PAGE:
Skip to main content Accessibility Statement

A fundamental expectation in the UK Quality Code for Higher Education, which underpins module design, is that all students should receive a high-quality academic experience. This requires curriculum development, review and redesign to incorporate key stakeholders and respect inclusivity. 


Current understandings of student identity do not explicitly and systematically include what we define as disciplinary affiliation identity. Many students take modules taught to a mixed audience of students enrolled in different degree courses.


Pressures to create more innovative programmes, combined with increasing student numbers, have meant that such modules are increasingly prevalent. Some modules typically start as part of one degree courses and become shared modules at some point in their life cycle. For shared modules, there is a need to gain a sector-wide and explicitly articulated understanding of how curriculum design processes take account of issues such as differences between tutor and student disciplinarity, multiple disciplinary affiliation identities and interdisciplinarity.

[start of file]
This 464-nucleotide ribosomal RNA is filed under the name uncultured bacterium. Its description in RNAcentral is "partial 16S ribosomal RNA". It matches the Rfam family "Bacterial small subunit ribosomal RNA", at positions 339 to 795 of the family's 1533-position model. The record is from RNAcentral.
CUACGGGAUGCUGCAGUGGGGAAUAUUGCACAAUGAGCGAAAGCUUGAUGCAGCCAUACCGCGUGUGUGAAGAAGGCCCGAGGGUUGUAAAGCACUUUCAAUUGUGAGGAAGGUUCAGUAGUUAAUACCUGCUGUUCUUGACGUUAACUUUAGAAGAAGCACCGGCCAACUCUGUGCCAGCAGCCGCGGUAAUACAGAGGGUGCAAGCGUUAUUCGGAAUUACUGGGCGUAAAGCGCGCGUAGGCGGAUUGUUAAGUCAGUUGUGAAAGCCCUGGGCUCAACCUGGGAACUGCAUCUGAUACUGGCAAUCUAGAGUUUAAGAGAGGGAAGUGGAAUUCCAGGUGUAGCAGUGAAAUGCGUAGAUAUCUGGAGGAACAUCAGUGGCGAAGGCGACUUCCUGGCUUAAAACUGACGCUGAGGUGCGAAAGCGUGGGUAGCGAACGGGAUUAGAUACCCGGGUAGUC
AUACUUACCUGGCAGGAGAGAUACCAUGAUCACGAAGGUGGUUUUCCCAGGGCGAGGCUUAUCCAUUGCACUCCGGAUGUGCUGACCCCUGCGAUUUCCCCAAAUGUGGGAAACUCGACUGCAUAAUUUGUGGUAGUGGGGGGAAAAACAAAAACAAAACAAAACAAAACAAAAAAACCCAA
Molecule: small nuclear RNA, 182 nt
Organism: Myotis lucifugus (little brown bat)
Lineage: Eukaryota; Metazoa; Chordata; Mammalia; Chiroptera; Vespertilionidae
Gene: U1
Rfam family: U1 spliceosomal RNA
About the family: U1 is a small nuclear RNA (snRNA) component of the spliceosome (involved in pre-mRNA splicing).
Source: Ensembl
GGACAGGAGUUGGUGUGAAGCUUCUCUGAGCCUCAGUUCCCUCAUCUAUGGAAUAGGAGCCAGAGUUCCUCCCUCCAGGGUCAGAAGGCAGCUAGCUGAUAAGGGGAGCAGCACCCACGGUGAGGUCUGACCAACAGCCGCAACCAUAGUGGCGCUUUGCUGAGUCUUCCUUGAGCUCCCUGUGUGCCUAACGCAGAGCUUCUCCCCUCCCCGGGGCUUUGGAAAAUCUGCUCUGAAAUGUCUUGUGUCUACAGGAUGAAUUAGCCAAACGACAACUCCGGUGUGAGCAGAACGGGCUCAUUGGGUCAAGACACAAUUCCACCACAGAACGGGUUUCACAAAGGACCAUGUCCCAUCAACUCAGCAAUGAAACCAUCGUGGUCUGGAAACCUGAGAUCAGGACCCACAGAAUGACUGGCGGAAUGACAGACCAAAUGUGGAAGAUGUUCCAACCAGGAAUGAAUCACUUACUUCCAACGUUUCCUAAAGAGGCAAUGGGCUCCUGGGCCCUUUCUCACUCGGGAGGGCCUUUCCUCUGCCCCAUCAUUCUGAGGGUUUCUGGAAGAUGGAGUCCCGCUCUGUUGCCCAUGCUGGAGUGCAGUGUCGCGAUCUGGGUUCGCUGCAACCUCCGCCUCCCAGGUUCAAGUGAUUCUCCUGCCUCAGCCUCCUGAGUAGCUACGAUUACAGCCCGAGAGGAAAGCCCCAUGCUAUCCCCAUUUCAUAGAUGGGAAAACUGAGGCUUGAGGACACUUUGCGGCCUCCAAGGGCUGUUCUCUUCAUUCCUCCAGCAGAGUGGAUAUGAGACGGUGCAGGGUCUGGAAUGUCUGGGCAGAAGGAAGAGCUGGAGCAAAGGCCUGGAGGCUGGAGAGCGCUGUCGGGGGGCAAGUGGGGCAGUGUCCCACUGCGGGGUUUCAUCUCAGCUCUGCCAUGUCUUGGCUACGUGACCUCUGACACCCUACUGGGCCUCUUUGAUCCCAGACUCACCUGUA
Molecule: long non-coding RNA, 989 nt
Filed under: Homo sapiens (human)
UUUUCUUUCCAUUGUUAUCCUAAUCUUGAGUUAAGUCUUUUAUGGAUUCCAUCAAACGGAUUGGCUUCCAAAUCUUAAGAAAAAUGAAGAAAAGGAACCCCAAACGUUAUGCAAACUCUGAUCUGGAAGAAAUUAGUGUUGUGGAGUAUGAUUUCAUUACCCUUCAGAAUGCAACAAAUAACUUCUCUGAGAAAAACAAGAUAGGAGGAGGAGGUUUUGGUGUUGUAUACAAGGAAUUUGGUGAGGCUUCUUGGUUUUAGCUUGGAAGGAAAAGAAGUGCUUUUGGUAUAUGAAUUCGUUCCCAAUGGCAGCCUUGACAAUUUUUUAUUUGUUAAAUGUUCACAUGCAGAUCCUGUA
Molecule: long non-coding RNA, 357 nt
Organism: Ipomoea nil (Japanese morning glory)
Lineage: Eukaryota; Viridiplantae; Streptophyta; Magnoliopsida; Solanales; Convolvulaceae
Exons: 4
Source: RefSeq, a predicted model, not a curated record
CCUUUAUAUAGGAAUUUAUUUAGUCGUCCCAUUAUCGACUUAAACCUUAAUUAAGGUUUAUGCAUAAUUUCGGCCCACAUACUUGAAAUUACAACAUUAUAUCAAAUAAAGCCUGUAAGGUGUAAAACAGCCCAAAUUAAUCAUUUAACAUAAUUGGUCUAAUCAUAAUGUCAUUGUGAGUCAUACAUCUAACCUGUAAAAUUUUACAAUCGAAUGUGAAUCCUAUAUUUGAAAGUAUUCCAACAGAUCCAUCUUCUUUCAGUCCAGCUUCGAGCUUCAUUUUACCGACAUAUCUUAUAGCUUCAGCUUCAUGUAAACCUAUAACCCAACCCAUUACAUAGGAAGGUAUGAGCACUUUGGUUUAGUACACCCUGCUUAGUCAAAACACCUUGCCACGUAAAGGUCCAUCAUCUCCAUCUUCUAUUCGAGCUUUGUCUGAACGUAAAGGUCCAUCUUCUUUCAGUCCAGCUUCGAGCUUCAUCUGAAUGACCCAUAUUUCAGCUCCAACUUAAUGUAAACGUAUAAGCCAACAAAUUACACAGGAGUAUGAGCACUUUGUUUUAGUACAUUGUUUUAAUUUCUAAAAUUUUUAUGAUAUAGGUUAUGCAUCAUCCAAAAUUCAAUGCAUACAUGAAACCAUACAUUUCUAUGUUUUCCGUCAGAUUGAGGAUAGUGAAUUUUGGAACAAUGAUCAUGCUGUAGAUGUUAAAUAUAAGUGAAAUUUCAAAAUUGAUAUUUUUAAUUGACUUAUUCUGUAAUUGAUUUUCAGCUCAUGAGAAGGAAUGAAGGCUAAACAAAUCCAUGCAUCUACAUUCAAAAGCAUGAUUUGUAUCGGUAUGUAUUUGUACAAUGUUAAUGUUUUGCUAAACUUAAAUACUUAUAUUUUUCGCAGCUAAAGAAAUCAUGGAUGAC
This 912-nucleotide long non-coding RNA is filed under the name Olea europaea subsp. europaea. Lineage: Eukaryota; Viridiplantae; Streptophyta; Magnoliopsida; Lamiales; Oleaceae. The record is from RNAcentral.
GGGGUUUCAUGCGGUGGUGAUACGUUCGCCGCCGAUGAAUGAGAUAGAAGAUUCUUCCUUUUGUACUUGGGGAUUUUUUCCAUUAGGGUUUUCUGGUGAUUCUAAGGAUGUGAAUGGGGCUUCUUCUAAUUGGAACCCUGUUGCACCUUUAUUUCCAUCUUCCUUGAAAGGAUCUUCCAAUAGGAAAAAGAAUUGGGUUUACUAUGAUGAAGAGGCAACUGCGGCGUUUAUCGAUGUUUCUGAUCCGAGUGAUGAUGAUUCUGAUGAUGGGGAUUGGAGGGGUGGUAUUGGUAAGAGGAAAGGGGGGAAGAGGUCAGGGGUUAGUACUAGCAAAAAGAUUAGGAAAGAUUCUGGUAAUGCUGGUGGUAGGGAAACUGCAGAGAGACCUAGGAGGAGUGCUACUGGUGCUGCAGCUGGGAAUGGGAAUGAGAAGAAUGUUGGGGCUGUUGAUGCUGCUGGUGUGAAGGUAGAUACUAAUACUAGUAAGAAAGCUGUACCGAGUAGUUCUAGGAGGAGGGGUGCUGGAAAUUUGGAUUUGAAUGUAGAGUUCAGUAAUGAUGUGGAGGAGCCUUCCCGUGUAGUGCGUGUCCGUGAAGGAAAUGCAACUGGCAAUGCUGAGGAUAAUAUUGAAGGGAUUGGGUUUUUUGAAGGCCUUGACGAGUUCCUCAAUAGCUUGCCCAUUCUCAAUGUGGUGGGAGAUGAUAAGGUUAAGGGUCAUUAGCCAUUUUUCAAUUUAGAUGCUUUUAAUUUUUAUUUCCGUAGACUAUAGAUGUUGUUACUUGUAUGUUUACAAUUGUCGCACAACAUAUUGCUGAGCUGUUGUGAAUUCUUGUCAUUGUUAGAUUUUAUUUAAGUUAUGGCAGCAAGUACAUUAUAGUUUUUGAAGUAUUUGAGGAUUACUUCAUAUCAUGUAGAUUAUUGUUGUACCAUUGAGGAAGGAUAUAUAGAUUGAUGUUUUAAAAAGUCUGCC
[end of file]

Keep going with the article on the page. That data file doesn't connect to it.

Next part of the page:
This project proposes to investigate the extent to which and how the range of students’ disciplinary affiliation identities is brought into the design of shared modules and balanced with tutor disciplinarity. By identifying specific activities, contexts, barriers, enablers and other factors that will increase the likelihood of successful implementation of an interdisciplinary and inclusive approach, this research will inform the development of a tool that will explicitly underpin curriculum design in the case of shared modules.  


  • a report outlining recommendations for reviewing and developing shared modules, with emphasis on curriculum design and inclusive practice  
  • a reflective toolkit drawing on an evidence base
  • dissemination activities to share the outcomes with the sector. 

The resources aim to:

  • Increase intentional planning and development of shared modules 
  • Enhance personalised induction, which considers students’ disciplinary identity 
  • Authentic participation opportunities for students  
  • Increase the sense of belonging in classroom communities 
  • Improve student satisfaction 
  • Develop new experiences for student researchers working in partnership with staff.


University of Greenwich


Royal Holloway, University of London and University of Lincoln

Other Collaborative Enhancement Projects

QAA supports a number of projects every year, covering a range of topics and interest areas. Each is led by a QAA Member, working in collaboration with other members institutions. You can find more information on all projects, and access resources and outputs, on our website.